CPM Storyboards ICSR

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Product Defect Reporting:

Pharmacist Rebecca Rogers is preparing a solution to be used in chemotherapy for patients in General Hospital's outpatient cancer clinic. She notices, as she holds up a bottle from storage, that the solution appears cloudy and has particles floating in it. This physical property is not according to specification, and she sets the bottle aside. At the end of the day, a more thorough inspection reveals that half the bottles in a case of Solution X contain contaminated or defective solution. She reports the problem to the medical supply department, and the hospital files a product problem report with the regulatory authority and the manufacturer.

Dietary Supplement Adverse Event:

Mrs. Nuclear, an 86 year old female consumed 400 IU of vitamin D made by Supplement Company IOP. Four hours later she fell to the floor and had a seizure. When she stopped seizing, her husband noted that she did not awake, and called the 911-Emergency Dispatcher. When the paramedics arrived, Mrs. Nuclear was still unconscious and she was taken to the hospital. When she arrived at the hospital, Mrs. Nuclear regained consciousness in the examination room, and the emergency room attending physician, Dr. Attend ordered a series of tests to be performed to obtain a more precise diagnosis of Mrs. Nuclear condition. Mr. Nuclear informed the attending physician that they starting taking a new vitamin D supplement, and that he suspects that Mrs. Nuclear is having an adverse reaction to the supplement. Dr. Attend responded to Mr. Nuclear that he does not suspect this to be the case, but informs Mr. Nuclear that he can report the incident to the dietary supplement company or FDA to help alleviate his suspicion. Mr. Nuclear called the FDA's Consumer Complaint hotline to report the problem, and provided a contact number for Dr. Attend for follow up once the laboratory results are final. The FDA Consumer Complaint hotline technician data entered the complaint into the system, and sent the case electronically to the FDA Center for Food and Applied Nutrition (CFSAN) for further analysis and follow up.

Adulterated Food Reporting:

Great Cracker Company's Plant in St Cloud, MN produces two box sizes of Great Crackers--a 12 ounce box and a family-size 18 ounce box. On July 3rd, 2008, a routine QA inspection of lots produced from July 1st through July 3rd detected a strange odor during a tasting of samples from each box. Upon further testing, it was determined that the products had been contaminated with a very deadly pesticide. The quantity of production during this Time frame was 10,000 boxes of the 12 ounce size (5,000 in lot # 2008-0701-200, and 5,000 in lot # 2008-0702-201) and 8,000 boxes of the 18 ounce size Box (lot # 2008-0703-202).

Before the problem was discovered, 6,000 of the 12-ounce (5,000 from lot # 2008-0701-200 and 1,000 from the other lot) and 6,000 of the 18-ounce Boxes were shipped to a local grocery warehouse in St Paul and 1,000 of the 18-ounce boxes were shipped to another local grocery warehouse in Richmond, VA. It was determined that the adulteration was unintentional and happened at the St Cloud facility and was not due to adulterated raw materials from suppliers.

The two retail warehouses were notified on 3 July in time for the warehouses to quarantine the reportable food products.

The remaining Great Crackers were disposed of on 3 July at the St Cloud plant.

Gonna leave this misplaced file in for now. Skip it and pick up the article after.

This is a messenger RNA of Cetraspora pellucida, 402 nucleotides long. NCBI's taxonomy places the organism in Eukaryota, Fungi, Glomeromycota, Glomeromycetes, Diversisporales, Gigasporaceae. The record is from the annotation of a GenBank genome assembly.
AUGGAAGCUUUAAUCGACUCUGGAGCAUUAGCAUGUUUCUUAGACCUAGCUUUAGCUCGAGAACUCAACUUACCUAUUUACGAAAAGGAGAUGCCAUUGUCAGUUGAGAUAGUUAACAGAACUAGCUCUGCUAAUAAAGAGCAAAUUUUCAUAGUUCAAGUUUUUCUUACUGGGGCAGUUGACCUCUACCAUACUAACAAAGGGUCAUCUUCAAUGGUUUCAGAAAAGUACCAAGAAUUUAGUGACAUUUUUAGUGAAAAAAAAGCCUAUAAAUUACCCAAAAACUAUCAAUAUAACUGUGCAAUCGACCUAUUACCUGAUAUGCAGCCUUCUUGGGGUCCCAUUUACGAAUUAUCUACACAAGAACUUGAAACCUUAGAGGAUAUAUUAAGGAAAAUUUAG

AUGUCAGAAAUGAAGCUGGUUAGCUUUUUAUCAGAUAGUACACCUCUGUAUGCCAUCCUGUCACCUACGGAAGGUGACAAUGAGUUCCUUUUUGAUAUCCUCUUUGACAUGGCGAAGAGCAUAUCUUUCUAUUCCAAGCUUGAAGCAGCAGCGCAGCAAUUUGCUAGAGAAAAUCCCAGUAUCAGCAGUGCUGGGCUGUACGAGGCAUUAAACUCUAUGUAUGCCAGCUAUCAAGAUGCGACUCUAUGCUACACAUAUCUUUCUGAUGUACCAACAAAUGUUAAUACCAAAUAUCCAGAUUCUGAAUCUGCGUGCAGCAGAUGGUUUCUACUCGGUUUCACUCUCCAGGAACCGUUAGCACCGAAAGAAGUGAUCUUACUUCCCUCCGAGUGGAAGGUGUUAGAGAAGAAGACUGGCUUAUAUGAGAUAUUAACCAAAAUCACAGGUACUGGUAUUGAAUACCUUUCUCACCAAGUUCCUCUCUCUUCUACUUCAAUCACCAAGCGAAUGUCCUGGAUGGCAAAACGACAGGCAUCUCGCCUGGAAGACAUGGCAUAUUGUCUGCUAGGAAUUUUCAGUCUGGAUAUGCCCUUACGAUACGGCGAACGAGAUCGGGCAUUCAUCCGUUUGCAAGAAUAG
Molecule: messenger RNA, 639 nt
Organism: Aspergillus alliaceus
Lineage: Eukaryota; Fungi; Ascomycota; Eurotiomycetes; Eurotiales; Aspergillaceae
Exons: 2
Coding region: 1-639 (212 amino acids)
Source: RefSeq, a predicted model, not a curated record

The company's risk manager and (the person who is in the FDA food facility registration database for the plant) logs into a Federal AE Portal and enters this report the evening of 3 July in compliance with 1005 legislation. His report includes the following information:

Date food product is reportable on 3 July 2008 The risk manager validates his FFRN and reports that the plant in St Cloud, MN is both the responsible party and the reporting site. Two (2) different products (12- and 18-ounce size boxes) the amount of the 12 ounce adulterated product--in both lots--was reported as was the lot amount of the 18 ounce product. The adulteration discovery code is 'self-discovery'. Both destinations of the shipments were identified and the amount shipped, by lot, to each location was reported. The risk manager reports that he has informed both 'down' locations of the adulteration on 3 July. There is no requirement for the company or the risk manager to report the origin of the raw materials, since the adulteration only took place in St Cloud. There is no requirement for either destination warehouse to report since they did not further distribute the reportable food prior to the notification and it was quarantined on site. Amount of adulterated food produced :

Product 1 (12-ounce box; lot # 2008-0701-200) = package type = box; size = 12 ounces; package quantity = 5,000

Product 1 (12-ounce box; lot # 2008-0701-201) = package type = box; size = 12 ounces; package quantity = 5,000

Product 2 (18-ounce box; lot # 2008-0701-202) = package type = box; size = 18 ounces; package quantity = 8,000

Amount disposed of:

Product 1 (12 ounce box; lot # 2008-0701-201) - package type = box; size = 12 ounces; package quantity = 4,000

Product 2 (18-ounce box; lot # 2008-0701-202) - package type = box; size = 18 ounces; package quantity = 2,000

Amount shipped:

To St Paul:

Product 1 (12-ounce box; lot # 2008-0701-200) = package type = box; size = 12 ounces; package quantity = 5,000

Product 1 (12-ounce box; lot # 2008-0701-201) = package type = box; size = 12 ounces; package quantity = 1,000

To Richmond:

Product 2 (18-ounce box; lot # 2008-0701-202) - package type = box; size = 18 ounces; package quantity = 6,000